Traditional clinical trials take place at designated study sites. Investigators and their personnel usually perform the procedures regarding the study. Patients within the clinical trial need to visit the site to meet with them, causing struggles for the patients. While technology in every life aspect advances, so does healthcare technology. Several of these technological developments are meant to solve nowadays challenges in the clinical trial sector. That’s why the 21st Century Cures Act was signed into US law on December 13, 2016, to implement the new technology into laws and regulations. It authorized 500 $ million over nine years to help the U.S. Food and Drug Administration (FDA) cover the costs. However, what exactly will be new, what is already there, and what is going to change in the future?
Decentralized clinical trials (DCT) are already the go-to option for clinical. From a historical perspective focused on regulations, they have come a long way. It started in 2007 with an official FDA guidance document, which provides recommendations regarding the use of Computerized Systems Used in Clinical Investigations. This document is the basis for modern technology within a clinical study.
Mobile devices and biosensors grow in importance
The next step took place six years later. To modernize clinical investigations, the guidance for Electronic Source Data in Clinical Investigations promotes capturing source data in electronic form. It’s meant to assist in making sure of the reliability, quality, integrity, and traceability of data from the source to electronic regulatory submission.
The latest development is the FDA guidance document to the Use of E-records and E-signatures in Clinical Investigations Under 21 CFR Part 11. The FDA published it as a draft in 2017. The paper outlines the scope and application of part 11 requirements for clinical investigations of medical products. Besides, it covers the topic of electronic data transmission and audit trails from electronic devices. Also, some efforts were made in regards to digital health technologies. These include the use, for example, of mobile devices and biosensors in clinical trials.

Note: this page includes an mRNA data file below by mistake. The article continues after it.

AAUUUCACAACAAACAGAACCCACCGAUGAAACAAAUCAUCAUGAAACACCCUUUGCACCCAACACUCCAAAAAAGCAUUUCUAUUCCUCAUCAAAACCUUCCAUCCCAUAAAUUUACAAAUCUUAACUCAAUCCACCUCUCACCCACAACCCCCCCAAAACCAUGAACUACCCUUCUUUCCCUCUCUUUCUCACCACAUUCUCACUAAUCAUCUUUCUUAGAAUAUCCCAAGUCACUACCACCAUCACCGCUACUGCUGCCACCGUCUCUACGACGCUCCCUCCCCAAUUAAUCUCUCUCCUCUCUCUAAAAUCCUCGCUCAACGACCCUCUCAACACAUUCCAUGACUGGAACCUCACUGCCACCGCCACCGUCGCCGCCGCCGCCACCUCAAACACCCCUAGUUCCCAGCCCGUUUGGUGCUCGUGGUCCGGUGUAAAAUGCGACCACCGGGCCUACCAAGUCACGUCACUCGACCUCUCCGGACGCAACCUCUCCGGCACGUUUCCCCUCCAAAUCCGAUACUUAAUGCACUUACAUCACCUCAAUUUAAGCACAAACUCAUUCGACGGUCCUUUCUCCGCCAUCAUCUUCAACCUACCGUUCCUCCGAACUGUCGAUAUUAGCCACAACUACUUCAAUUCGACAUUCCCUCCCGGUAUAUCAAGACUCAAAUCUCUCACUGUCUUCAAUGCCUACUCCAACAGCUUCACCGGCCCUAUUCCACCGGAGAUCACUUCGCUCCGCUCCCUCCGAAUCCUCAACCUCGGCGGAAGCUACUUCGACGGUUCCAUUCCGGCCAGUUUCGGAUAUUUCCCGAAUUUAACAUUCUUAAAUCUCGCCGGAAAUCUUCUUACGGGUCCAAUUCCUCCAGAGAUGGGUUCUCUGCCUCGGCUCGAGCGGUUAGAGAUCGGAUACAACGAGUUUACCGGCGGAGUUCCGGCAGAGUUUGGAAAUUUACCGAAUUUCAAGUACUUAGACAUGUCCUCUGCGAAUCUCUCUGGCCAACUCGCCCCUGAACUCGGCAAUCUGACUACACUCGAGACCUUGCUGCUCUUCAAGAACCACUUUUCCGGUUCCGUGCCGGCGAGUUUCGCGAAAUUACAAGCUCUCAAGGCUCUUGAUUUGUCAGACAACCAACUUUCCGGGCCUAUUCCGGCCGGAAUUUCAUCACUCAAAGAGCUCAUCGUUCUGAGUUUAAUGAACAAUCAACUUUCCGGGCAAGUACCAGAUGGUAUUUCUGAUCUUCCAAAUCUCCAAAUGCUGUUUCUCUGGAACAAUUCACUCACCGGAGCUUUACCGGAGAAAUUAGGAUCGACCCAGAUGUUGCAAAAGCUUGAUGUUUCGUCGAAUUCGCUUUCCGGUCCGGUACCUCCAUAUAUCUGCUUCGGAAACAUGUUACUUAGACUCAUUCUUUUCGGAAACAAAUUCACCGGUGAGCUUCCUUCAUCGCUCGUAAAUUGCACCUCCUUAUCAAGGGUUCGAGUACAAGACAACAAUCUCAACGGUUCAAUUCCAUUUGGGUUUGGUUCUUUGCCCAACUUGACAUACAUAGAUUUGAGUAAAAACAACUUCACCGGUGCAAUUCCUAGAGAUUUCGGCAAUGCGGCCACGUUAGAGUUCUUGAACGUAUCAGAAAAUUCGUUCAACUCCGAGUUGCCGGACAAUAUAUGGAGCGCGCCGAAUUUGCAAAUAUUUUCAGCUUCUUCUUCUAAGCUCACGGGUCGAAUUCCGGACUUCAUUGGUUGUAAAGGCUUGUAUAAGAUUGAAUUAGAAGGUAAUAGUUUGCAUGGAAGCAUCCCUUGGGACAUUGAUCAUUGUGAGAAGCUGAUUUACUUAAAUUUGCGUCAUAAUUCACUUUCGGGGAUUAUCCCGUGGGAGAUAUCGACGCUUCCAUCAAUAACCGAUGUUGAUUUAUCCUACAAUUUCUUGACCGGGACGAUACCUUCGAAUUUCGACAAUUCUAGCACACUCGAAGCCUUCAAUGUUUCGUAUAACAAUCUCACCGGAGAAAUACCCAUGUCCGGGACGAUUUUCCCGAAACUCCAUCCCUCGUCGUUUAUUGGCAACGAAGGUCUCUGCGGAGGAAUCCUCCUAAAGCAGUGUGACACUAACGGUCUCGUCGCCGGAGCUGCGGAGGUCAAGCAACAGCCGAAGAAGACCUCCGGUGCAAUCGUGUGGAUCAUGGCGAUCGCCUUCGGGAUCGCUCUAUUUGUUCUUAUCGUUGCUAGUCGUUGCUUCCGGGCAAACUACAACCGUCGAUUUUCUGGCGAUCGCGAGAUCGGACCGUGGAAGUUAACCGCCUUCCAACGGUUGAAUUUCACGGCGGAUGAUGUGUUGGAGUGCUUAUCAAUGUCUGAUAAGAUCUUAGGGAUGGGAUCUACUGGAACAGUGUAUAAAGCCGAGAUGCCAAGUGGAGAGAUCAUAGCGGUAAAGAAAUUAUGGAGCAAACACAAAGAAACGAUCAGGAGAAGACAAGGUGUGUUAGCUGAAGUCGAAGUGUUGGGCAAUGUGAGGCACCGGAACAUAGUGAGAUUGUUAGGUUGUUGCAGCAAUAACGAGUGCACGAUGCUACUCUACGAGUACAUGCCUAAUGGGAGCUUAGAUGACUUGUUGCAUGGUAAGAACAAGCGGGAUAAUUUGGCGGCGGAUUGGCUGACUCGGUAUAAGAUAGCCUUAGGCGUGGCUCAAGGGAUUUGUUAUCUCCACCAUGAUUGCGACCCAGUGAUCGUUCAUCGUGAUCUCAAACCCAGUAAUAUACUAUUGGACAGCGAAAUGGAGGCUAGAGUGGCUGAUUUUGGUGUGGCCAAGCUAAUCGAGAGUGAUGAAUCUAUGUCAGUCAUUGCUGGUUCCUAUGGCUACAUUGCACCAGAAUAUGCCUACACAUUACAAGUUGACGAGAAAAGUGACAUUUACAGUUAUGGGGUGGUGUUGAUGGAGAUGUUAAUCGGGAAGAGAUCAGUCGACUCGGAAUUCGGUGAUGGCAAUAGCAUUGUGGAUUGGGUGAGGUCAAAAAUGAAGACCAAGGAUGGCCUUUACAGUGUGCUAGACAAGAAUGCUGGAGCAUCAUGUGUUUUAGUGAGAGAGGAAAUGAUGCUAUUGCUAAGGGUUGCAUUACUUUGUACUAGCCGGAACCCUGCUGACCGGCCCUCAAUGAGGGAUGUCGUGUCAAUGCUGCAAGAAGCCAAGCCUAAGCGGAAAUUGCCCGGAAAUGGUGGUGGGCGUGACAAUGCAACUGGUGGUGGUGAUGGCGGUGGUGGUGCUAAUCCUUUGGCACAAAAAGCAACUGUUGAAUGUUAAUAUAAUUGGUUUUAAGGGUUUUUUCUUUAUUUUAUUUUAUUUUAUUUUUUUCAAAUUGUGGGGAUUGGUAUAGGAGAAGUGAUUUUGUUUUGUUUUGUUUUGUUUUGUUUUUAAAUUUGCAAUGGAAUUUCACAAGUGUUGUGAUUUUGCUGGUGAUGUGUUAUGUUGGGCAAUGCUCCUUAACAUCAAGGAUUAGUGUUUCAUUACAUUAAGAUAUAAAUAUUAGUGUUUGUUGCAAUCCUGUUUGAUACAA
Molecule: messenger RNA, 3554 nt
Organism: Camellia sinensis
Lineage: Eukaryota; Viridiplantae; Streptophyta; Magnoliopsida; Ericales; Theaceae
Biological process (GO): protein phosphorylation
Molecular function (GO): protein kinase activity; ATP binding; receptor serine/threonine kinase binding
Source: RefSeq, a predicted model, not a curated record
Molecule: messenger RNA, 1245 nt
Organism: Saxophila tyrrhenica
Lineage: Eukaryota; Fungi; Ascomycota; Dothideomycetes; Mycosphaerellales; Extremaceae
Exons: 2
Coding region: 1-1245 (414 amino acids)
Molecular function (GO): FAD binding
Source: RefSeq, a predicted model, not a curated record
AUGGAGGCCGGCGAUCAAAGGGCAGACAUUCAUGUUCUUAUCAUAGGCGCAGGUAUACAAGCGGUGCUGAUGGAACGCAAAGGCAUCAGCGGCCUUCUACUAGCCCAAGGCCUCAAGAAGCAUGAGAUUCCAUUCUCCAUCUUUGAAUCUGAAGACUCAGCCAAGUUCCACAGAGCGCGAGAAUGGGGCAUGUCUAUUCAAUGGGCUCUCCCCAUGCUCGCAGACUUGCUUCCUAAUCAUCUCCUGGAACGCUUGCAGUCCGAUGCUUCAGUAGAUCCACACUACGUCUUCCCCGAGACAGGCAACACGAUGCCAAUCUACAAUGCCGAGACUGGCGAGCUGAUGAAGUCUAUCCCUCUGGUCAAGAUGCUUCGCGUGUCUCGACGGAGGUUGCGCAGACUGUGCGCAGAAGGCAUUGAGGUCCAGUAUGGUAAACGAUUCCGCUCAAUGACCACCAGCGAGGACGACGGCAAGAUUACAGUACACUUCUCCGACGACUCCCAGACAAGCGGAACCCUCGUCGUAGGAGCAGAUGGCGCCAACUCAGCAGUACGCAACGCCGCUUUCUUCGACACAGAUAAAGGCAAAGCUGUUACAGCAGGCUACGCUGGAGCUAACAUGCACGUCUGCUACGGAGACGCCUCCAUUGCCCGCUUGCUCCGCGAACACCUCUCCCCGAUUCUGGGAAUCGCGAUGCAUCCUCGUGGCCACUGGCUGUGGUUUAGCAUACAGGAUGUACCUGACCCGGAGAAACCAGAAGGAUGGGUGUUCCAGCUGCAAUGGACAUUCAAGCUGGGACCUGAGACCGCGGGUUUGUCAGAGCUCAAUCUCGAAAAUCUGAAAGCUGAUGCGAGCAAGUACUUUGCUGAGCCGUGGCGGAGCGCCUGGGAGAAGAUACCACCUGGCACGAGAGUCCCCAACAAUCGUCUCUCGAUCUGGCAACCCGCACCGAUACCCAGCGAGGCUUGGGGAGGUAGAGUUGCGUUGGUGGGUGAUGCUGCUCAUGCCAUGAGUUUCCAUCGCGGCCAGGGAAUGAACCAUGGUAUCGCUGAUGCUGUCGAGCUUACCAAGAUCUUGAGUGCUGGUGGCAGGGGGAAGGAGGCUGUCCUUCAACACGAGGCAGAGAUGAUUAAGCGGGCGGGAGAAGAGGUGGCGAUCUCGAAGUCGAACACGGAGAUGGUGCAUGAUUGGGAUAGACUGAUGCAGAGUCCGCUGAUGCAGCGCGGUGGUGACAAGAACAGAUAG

Next: Decentralized Clinical Trials
There is a considerable advance in electronic communication tools, data transmission, digital technology, and development in the field of biosensors. These developments open new possibilities for information exchange between investigators and researchers. Locations remote from the investigator’s home become available as a convenient option for home-based clinical trials.
Also, the spectrum of clinical trials becomes wider. The classical Controlled Clinical Trial (CCT) is no longer the only option. Besides, the DCT makes it possible to target a whole new study subject group. People who can’t leave their homes or can’t regularly travel to far away study sites get the chance to be part of the medical research. This approach will not only improve the subjects’ likelihood of finding a cure but also lead to more reliable, diverse and valid study results. As a third option, Hybrid Models are a middle way of CCT and DCT.
Trials of the future will integrate the study subject’s existing healthcare system. The integration maximizes convenience for study subjects. Also, it takes advantage of already existing services and data sources.
A relatively new part of DCT is the so-called virtual clinical trials. In this case, the whole study takes place without any physical visit of an investigator. After a short onboarding phase, in which a “site concierge” installs and explains all needed technology to the study subject, there is no need for further physical contact with the study staff. Of course, this varies from study to study and can not be applied to every trial.
Tools and regulations
The study subjects will use videoconferences with their investigator, have internet-based tools for reporting, and mobile technology tools, including biosensors. This network of information gathers a ton of data, which is immediately visible for the responsible investigators and researchers. At the same time, local healthcare providers, such as pharmacies, clinics, and home-based healthcare services, are also included in collecting data about the study subject.
“The agency has worked closely with stakeholders, including the Clinical Trial Transformation Initiative, to identify innovative trial designs, evaluate the role of decentralized clinical trials and mobile technologies, and help validate novel endpoints that can enable trials to generate reliable evidence needed to assess product safety and efficacy more efficiently.”
The pharmacy, for example, will get an alert if the subject is close to running out of medicine. Reports from homecare are part of the data collection, giving more profound insights into the subjects’ well-being. With the help of an intelligent refrigerator for medical supplies, adherence and temperature control can always be monitored.
The regulations that apply to DCT or hybrid models of clinical trials will be the same that already use for any clinical trial. Data quality and integrity must fulfill all federal regulation standards. The safety and confidentiality of the study subject are also bound to the same regulations.